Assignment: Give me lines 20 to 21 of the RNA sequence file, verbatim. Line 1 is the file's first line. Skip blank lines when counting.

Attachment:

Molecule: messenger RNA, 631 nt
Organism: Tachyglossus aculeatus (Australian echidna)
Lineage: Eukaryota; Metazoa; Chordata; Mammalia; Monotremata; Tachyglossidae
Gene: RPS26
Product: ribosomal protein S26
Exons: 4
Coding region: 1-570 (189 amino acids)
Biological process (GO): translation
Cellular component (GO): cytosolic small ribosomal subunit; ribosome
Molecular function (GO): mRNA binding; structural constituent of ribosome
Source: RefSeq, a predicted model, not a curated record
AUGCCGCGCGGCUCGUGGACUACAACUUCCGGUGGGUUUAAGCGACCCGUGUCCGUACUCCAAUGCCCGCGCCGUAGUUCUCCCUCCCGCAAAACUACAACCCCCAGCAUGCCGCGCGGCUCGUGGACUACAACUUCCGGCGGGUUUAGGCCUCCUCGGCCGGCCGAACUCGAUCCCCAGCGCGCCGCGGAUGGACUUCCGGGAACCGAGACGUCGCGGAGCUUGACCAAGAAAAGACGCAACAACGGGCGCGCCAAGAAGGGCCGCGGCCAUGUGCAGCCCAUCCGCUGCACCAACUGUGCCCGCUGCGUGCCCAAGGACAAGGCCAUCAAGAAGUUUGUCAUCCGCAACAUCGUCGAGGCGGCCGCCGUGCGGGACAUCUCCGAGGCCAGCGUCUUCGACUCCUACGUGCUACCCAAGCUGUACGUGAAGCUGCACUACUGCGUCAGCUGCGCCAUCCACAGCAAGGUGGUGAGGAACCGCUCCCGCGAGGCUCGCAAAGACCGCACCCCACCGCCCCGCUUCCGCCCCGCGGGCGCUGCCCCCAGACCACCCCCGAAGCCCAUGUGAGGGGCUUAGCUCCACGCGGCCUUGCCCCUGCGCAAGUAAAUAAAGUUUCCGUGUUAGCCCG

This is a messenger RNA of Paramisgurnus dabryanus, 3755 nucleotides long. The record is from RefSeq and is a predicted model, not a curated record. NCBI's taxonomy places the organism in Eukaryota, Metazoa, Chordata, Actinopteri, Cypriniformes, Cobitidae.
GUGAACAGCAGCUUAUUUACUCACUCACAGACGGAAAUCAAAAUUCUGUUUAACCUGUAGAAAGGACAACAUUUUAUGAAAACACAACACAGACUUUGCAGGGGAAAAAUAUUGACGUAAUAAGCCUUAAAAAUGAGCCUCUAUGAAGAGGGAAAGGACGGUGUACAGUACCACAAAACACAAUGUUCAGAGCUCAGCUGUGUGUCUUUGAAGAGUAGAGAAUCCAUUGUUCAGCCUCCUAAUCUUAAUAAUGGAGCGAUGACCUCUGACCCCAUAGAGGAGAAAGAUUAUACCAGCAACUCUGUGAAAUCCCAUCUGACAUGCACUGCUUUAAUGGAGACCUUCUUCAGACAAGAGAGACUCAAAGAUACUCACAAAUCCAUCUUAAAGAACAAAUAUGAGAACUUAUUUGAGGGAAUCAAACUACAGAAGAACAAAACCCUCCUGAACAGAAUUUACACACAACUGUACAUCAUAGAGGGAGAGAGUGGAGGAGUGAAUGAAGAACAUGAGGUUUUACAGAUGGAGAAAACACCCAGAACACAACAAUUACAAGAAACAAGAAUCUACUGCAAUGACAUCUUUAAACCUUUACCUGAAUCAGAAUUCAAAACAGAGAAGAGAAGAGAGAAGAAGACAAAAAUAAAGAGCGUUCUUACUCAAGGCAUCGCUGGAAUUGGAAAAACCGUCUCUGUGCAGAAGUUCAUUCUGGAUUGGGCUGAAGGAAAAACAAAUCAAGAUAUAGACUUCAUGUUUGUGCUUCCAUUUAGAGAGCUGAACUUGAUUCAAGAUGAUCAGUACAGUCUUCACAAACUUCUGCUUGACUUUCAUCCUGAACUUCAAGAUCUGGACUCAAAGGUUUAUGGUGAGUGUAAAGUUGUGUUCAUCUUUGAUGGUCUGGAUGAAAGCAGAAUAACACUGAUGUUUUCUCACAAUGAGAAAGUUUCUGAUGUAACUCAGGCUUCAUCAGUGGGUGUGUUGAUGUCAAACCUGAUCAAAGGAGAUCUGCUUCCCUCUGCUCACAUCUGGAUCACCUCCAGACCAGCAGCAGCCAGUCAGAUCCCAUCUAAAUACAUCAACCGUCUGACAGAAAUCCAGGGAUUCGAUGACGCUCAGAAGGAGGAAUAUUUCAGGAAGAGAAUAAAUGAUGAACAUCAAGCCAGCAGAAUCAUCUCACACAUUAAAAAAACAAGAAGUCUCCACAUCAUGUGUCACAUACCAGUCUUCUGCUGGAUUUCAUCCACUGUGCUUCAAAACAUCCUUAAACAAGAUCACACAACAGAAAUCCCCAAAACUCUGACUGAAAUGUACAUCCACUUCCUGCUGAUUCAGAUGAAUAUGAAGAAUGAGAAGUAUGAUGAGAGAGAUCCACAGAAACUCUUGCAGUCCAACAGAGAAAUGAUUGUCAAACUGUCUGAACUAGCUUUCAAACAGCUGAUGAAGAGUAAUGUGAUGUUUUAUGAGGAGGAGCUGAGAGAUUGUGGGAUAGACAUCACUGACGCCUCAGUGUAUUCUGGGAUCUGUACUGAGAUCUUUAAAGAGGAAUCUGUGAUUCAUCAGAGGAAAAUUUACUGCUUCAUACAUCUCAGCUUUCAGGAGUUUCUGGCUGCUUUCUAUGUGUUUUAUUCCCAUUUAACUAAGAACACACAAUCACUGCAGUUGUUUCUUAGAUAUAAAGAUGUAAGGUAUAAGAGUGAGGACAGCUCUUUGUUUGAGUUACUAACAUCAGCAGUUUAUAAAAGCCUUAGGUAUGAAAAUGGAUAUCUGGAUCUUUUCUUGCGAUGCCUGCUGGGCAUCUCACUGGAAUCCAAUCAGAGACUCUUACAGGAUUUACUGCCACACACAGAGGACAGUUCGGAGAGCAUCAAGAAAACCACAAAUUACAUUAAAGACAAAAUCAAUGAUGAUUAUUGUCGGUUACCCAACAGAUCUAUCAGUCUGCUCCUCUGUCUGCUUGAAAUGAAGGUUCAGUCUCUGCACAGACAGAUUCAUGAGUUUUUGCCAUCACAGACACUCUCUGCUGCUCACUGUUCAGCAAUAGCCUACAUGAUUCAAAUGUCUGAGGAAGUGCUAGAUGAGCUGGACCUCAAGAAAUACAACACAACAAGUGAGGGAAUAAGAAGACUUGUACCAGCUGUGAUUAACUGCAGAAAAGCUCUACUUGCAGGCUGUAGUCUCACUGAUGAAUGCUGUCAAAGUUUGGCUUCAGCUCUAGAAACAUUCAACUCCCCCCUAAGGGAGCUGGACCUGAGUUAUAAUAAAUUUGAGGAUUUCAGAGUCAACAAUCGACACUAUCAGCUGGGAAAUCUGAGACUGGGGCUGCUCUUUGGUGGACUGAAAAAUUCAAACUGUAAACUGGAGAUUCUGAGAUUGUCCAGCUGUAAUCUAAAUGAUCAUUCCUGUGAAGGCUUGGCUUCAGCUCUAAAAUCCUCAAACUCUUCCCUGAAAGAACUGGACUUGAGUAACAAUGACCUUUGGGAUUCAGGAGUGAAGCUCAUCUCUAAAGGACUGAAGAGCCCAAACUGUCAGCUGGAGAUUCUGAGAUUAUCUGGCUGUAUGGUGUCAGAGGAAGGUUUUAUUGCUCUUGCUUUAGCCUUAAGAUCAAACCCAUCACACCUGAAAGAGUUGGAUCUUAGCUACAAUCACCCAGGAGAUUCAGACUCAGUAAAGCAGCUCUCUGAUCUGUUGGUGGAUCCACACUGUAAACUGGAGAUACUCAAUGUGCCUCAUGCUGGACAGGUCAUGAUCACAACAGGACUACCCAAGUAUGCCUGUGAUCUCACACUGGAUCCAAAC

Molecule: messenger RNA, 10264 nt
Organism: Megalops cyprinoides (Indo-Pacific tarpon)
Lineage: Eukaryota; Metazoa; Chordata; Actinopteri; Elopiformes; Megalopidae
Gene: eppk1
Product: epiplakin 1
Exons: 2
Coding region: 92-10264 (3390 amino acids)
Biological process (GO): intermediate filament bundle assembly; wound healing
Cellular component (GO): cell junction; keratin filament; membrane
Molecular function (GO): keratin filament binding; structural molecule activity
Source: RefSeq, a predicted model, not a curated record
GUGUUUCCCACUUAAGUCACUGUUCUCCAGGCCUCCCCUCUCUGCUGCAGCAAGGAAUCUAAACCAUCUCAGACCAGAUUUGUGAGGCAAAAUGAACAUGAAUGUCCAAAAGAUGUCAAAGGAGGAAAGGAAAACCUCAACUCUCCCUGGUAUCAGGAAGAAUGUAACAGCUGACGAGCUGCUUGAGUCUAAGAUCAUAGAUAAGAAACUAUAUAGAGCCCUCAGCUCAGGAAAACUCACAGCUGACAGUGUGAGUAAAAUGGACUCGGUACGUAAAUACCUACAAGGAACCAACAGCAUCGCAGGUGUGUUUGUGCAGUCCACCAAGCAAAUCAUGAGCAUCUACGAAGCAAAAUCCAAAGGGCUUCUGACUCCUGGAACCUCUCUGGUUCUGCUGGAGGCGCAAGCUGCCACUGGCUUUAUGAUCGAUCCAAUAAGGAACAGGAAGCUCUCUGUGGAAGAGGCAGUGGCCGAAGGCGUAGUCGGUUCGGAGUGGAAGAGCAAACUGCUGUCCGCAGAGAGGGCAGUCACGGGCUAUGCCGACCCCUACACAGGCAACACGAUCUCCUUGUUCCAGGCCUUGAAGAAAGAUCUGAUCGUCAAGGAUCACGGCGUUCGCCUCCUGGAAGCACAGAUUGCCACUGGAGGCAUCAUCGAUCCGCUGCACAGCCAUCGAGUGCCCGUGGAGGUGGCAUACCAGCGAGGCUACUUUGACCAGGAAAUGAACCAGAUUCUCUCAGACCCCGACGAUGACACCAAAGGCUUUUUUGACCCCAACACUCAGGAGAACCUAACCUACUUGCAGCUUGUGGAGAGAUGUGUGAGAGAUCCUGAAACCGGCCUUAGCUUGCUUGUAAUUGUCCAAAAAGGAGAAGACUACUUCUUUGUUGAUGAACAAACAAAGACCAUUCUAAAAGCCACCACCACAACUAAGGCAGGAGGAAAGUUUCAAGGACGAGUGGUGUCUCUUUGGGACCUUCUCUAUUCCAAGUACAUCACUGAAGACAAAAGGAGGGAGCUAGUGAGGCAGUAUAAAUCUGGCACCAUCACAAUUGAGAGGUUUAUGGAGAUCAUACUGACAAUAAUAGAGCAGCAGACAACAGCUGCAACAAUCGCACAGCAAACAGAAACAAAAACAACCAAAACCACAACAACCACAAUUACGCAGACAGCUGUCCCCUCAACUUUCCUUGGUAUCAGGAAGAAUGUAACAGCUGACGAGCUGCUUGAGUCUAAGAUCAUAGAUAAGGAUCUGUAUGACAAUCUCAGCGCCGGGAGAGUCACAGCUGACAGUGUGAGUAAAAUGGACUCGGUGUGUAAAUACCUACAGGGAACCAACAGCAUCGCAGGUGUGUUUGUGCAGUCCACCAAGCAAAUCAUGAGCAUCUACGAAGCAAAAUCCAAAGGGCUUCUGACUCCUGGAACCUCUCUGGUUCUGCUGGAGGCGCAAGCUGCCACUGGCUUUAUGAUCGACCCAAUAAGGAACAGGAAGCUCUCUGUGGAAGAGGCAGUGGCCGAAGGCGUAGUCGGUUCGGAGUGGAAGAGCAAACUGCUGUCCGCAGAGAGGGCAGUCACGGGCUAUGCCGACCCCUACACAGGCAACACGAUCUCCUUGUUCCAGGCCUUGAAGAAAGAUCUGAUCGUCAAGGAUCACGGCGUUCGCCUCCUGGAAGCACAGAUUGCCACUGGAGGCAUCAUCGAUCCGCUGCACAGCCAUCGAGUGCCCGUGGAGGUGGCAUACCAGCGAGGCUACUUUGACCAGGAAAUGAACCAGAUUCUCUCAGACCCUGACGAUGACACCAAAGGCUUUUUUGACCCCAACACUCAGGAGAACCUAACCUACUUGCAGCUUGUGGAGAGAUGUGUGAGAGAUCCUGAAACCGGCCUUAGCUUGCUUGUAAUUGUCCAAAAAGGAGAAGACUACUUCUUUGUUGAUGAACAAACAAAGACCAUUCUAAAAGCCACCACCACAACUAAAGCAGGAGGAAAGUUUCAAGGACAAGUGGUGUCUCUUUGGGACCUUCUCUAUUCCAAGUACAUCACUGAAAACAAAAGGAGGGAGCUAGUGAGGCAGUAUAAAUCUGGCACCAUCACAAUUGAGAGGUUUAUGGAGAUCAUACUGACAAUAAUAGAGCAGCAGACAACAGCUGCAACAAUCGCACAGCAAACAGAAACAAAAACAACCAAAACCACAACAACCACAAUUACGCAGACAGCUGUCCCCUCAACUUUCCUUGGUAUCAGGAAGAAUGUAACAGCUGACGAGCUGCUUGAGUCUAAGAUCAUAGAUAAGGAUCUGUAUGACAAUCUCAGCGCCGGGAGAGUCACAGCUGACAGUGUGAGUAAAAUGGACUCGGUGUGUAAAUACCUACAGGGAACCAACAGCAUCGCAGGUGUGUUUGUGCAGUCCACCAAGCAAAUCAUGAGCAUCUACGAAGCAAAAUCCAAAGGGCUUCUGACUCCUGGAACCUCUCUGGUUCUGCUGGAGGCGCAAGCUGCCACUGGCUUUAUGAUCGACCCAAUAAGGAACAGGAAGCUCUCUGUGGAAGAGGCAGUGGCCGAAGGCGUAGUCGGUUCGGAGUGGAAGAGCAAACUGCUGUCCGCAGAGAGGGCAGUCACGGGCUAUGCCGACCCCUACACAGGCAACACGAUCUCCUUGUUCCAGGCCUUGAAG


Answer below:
Exons: 2
Coding region: 92-10264 (3390 amino acids)